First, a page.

Apricot : JERSEYCOT Semi-Dwarf (Mustang)


98 in stock

Released from the New Jersey program in 1986, Jerseycot has inherited the extra late blooming capability from Zard, its Persian parent. The sweet, hint-of-melon flesh of this medium size, orange yellow fruit is too tender for commercial orchards, but is perfect in a backyard. Especially considering the trees outstanding resistance to mid-winter thaws, spring frosts and practically all apricot ailments. Reliable, heavy producer, so fruit size benefits from early thinning. Ripens mid to late July and needs to be picked before it drops.


G41 Dwarf
G935 Small Semi-Dwarf
G969 Small Semi-Dwarf
G30 Semi-Dwarf
G890 Semi-Dwarf
Pollenator definitions
Some trees and many berry plants are SELF-FERTILE ̶means the insect pollinators or even the wind can pollinate the blossoms without the need of a second tree.
NEEDS A POLLENIZER ̶ means another tree of the same type or kind but a different variety must be blooming nearby at the same time.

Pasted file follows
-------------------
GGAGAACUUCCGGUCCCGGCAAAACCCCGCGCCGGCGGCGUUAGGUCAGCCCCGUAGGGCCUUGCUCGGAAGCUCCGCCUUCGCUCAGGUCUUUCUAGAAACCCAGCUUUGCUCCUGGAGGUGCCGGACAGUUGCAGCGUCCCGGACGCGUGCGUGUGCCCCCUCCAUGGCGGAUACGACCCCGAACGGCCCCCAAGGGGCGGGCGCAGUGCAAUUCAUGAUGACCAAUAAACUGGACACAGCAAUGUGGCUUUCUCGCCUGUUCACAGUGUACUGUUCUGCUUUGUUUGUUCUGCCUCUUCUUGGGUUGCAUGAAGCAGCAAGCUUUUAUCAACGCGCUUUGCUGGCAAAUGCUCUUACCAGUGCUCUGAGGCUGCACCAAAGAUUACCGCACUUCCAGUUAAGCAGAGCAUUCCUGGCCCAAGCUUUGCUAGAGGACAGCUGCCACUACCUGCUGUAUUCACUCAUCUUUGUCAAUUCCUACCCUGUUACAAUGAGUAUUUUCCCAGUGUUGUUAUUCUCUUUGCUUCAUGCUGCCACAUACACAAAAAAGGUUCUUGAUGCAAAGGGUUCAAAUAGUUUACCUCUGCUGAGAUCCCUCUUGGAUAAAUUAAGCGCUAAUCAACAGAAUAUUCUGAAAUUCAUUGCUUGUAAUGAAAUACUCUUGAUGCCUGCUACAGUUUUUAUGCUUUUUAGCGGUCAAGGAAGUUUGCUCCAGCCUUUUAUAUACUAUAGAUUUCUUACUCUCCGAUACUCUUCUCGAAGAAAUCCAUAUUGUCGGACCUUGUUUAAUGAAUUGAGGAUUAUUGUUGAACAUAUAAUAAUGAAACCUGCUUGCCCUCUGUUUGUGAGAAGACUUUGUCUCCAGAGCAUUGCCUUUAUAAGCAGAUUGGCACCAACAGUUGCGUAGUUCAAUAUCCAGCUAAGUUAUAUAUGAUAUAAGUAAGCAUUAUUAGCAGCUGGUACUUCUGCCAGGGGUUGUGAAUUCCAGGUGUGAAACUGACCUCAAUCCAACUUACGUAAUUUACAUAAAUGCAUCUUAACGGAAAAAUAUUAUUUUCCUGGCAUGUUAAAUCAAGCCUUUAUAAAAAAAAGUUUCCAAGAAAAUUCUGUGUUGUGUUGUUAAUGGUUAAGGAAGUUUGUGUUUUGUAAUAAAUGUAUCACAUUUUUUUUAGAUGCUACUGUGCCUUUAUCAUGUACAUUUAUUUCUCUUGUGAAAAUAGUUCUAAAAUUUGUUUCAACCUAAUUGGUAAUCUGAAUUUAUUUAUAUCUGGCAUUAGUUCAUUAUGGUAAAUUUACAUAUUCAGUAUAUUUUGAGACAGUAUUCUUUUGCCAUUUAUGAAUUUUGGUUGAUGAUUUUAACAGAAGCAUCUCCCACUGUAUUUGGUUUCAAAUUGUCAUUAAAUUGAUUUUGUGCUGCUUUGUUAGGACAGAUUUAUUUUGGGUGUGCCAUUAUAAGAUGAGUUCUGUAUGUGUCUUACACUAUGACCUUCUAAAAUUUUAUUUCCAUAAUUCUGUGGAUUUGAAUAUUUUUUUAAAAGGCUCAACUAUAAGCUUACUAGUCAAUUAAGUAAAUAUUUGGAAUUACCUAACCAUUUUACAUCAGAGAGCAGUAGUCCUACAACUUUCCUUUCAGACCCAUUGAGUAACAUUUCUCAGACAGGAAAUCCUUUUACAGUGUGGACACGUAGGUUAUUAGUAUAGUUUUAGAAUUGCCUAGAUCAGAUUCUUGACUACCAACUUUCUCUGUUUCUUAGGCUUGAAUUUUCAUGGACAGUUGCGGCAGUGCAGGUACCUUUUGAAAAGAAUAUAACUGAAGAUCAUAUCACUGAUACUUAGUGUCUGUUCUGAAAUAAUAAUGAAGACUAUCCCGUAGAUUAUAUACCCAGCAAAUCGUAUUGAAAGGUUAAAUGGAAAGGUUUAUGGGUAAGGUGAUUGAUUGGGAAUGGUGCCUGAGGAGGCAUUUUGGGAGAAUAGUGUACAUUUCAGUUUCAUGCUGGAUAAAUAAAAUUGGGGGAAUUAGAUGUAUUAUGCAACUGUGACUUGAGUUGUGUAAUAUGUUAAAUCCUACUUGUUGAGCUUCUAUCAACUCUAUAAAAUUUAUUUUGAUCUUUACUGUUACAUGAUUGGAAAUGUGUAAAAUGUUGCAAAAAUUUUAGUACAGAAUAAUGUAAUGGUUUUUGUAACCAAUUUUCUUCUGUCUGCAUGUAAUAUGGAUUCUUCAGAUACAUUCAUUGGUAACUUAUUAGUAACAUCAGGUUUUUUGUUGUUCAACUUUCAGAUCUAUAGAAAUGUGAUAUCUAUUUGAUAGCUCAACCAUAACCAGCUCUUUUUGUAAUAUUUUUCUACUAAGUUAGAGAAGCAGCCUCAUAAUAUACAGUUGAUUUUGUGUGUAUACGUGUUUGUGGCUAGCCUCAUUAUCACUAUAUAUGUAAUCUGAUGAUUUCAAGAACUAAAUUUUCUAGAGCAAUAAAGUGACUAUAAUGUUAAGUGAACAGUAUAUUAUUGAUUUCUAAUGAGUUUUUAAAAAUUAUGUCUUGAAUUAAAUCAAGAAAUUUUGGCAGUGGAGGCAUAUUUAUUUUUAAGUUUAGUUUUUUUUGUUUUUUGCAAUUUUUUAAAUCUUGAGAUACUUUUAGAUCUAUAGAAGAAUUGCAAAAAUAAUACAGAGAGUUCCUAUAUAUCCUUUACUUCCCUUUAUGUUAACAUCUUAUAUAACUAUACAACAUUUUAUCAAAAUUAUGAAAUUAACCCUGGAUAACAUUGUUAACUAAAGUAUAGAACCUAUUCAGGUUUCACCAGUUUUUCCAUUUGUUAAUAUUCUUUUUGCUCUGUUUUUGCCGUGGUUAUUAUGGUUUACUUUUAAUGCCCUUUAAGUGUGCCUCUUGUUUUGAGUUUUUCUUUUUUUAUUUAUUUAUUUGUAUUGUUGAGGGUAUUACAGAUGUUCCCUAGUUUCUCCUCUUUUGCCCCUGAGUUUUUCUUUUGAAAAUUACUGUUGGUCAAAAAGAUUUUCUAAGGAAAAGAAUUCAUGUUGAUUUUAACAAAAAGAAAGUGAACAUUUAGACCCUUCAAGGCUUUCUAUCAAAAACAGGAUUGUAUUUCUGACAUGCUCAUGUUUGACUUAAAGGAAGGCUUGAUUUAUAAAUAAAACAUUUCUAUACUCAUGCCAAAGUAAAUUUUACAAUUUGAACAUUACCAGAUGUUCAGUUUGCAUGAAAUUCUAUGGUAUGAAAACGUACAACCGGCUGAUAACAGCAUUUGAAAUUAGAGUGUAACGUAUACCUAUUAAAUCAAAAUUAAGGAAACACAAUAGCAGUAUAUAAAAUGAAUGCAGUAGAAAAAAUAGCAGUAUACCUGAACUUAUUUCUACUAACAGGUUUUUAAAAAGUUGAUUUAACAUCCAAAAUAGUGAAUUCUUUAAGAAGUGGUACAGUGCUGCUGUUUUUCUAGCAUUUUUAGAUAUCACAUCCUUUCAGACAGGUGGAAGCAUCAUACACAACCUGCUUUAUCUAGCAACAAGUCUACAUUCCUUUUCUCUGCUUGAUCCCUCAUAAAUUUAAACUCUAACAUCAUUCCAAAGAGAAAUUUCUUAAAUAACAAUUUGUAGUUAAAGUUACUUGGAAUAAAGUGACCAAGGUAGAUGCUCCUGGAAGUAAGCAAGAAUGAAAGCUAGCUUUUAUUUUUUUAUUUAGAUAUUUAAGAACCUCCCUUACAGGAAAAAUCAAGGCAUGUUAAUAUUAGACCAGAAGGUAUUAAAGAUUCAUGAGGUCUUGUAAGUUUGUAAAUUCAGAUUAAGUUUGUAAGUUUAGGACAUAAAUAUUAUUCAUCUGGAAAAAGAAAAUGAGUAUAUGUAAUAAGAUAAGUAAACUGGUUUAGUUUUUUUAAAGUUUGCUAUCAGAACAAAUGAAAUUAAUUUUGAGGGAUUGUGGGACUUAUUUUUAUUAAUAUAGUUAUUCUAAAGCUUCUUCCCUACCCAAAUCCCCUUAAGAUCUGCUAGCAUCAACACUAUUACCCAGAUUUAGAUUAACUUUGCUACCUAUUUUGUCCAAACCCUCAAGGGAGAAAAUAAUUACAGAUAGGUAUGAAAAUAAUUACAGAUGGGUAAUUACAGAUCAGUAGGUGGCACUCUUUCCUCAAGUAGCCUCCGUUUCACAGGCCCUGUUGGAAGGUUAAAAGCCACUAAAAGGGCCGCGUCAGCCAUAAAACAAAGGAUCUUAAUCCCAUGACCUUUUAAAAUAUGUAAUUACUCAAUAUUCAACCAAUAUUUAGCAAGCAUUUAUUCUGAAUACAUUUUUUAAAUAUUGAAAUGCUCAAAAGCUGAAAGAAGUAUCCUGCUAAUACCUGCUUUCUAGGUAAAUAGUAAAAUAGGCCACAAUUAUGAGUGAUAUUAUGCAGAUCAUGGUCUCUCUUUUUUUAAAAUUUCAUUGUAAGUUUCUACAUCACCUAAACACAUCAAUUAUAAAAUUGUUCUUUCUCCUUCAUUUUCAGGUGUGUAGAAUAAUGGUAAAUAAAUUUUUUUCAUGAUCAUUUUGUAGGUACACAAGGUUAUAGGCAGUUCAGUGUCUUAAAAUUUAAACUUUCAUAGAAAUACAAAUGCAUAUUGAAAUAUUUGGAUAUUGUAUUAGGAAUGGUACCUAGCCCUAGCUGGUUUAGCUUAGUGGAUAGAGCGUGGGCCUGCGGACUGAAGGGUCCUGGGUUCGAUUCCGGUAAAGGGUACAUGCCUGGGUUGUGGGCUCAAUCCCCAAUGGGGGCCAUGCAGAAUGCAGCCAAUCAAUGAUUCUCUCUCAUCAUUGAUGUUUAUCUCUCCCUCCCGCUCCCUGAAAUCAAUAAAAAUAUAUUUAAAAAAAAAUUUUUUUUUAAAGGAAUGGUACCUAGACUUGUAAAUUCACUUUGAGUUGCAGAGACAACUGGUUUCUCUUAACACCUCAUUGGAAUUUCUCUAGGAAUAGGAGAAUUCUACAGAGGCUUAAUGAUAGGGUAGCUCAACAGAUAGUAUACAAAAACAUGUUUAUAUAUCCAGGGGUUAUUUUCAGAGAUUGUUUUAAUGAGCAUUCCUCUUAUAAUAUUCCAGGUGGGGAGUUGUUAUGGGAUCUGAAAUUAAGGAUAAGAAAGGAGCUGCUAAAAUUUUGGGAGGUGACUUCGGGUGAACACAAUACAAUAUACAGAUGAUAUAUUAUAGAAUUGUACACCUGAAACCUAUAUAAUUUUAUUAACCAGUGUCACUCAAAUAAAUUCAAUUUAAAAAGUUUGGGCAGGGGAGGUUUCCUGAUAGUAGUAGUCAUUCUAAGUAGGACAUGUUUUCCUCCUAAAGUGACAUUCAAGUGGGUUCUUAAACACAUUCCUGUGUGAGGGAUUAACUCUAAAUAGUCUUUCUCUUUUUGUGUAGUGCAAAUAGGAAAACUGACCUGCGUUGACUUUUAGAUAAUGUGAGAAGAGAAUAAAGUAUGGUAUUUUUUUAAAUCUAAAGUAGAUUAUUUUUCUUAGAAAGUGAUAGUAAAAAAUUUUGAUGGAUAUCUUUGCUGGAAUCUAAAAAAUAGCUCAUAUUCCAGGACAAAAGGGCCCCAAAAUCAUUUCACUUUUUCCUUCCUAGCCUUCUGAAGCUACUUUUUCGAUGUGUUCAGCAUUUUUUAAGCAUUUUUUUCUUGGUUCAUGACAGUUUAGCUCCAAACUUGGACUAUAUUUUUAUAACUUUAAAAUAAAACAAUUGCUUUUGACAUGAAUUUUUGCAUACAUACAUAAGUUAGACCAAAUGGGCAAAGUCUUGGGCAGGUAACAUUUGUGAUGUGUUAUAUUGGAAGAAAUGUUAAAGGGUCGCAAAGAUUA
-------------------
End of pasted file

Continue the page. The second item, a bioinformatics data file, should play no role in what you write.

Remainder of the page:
EXAMPLE A Liberty apple and a Wealthy apple can cross-pollinate. Two trees of the same variety ie: ̶ 2 Wealthy apples, cannot cross pollinate because they are genetically identical.
Other trees are marked as SEMI-FERTILE. These will set fruit without a second tree. However they will often bear more, and sometimes larger fruit if another variety of the same kind of tree is nearby.
You can select 2 different trees of the same kind marked as NEEDS A POLLENIZER or plant one of those along with one SELF-FERTILE or one SEMI-FERTILE. Also consider ripening times ̶ a Goldrush apple might not start blooming before a Pristine is finished.

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